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Archive for February, 2009

India and China Play the Submarine Game

[ 0 ] February 4, 2009 |

Via Galrahn, a PLAN anti-piracy force was stalked by an Indian submarine:

An Indian Kilo class submarine spooked Chinese warships that were sent to patrol pirate infested waters in the Gulf of Aden and the two navies engaged in an hour long game of ‘hide and seek’ in international waters last month, Chinese media reports have said.

In the first such incident involving Indian and Chinese warships that has come to light, media reports from China said that its warships ‘forced’ the Indian submarine to surface after over an hour of manoeuvres during which anti submarine choppers were scrambled from the Chinese destroyers.

As Galrahn notes, the “forced” claim doesn’t make much sense; unless the Chinese were firing live ordnance, why would the Indian submarine ever surface. Still, it does suggest a PLAN with potentially better anti-submarine chops than has previously been understood.

Leverage, Real And Imagined

[ 0 ] February 4, 2009 |

With respect to the question of whether the stimulus can get 60 votes, Drum outlines what the Democratic leadership should be thinking:

If Republicans really did put up a united front and filibuster the legislation, the Democratic leadership would just turn around and consider the bill under budget reconciliation rules, which require only a majority vote to pass. Sure, they’ve already said they’d prefer not to do that, but if they have to they will. And since the bill is all about short-term spending, it would obviously qualify under reconciliation rules.

So all the public handwringing seems like standard DC negotiating kabuki to me, not a genuine effort to kill the bill. If Republicans filibuster, the public will view them as bitter obstructionists and the bill will pass anyway. It’s hard to see what’s in it for them to go down this road.

In theory, this is of course correct; a filibuster should be both politically damaging and futile for the Republicans, and the Democrats shouldn’t just assume that they need 60 votes but should compel an actual filibuster before just passing the best stimulus they can under reconciliation rules if necessary. The Democrats should realize that the GOP has very little actual leverage here. Whether they do, of course, is another question, and I’m much less optimistic about the answer than Kevin. (Admittedly, it’s hard to tell the difference between concessions being offered to appease Republicans and concessions being offered to appease Blue Dogs.)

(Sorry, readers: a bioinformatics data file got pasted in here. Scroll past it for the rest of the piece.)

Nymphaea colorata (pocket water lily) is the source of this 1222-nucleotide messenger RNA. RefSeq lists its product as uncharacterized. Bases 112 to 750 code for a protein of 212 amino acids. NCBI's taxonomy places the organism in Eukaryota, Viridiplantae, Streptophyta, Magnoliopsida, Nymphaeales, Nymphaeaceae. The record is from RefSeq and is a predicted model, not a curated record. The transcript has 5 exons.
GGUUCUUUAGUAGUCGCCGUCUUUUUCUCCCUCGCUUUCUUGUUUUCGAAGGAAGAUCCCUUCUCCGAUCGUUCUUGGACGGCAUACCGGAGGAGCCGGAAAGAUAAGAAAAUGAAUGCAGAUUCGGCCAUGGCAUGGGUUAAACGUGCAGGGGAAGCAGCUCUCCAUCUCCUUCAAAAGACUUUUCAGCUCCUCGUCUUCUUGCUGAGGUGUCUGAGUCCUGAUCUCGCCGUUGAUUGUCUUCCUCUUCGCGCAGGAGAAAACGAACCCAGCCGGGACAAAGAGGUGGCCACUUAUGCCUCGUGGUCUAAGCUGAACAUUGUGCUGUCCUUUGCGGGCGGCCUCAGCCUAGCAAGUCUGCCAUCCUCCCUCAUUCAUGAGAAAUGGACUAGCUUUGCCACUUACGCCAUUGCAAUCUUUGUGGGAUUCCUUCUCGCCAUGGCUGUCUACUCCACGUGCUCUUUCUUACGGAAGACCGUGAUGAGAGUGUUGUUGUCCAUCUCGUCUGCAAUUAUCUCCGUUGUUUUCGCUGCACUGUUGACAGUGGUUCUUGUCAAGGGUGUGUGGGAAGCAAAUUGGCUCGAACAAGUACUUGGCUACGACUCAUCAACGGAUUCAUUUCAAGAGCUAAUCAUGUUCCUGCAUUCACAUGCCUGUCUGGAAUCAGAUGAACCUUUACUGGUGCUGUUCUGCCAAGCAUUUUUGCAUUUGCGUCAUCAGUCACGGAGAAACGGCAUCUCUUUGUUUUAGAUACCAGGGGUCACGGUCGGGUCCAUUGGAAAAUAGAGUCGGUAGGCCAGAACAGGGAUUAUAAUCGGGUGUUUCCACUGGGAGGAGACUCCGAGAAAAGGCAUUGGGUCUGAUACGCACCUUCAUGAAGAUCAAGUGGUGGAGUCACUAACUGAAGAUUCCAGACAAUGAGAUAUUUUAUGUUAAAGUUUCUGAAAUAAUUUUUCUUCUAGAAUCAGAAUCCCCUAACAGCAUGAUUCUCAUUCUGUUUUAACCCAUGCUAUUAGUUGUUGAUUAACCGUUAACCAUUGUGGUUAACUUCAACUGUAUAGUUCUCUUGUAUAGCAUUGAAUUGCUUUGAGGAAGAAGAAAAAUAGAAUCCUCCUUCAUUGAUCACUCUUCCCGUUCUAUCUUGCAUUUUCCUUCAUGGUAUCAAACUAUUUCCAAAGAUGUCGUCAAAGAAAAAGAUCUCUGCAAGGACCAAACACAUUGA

The Letter Michael Phelps Should Have Written

[ 0 ] February 3, 2009 |

Yup.

On a related note, see Balko’s work on the Ryan Frederick trial.

"Thank God, right?"

[ 0 ] February 3, 2009 |

This extensive list of relevant quotes from Bill “O’Racist” O’Reilly leaves out one of my favorite examples:

In THE FACTOR “Follow-Up” Segment tonight, we’ve been following the various demographic shifts throughout America, and now the Census Bureau estimates, by the year 2050, white Americans will make up less than 50 percent of the population. How will that change the USA?

Joining us now from Washington is Dr. William Frey, a demographer at the Brookings Institution. Here in the studio, John McManus, the editor in chief of “American Demographics” magazine.

So I guess this is being driven by Hispanics, right, with all the illegal immigration, millions of people coming in here and the higher birth rate among Hispanics in America. That’s what’s driving this?

JOHN MCMANUS, “AMERICAN DEMOGRAPHICS”: The Hispanic population is the greatest increase that we’ll see over the time period that we’re talking about. Illegal immigration is a portion of the story, but it’s the increase in — rapid increase in immigration and birth rate in people of Hispanic origin that we’ll see.

O’REILLY: All right. Because black birth rate is fairly stable, right?

MCMANUS: Proportionately, black birth rate and increases in their population will level out and be less significant in growth in that time period. I think Bill will be able to address the numbers better than I can, but…

O’REILLY: OK. And how about Asian? What’s the situation with that?

MCMANUS: Asian — we’re going to see a 213 percent increase, according to the Census Bureau projection, and so that will be a very rapid increase of the percentage of their population in the U.S. as well.

O’REILLY: All right. Now, Doctor, the Census Bureau really doesn’t tell us how this is going to affect the country. Do you have any theories on it?

WILLIAM FREY, PH.D., BROOKINGS INSTITUTION: Well, I really think what’s happening is going to be this phasing out or fading out of the white baby boom population. It is a 50-year time period we’re talking about…

O’REILLY: Yes. We’ll all be dead. Thank God, right?

But it’s all taken out of context!

The 17th Amendment: A Good Thing

[ 0 ] February 3, 2009 |

In re the appointment of Judd Gregg to commerce, Beutler snarks:

Surely Gregg’s desire to replace himself with somebody who will often oppose his new boss’s agenda is evidence of his deep commitment to the administration, the cabinet, and the agency he appears poised to head.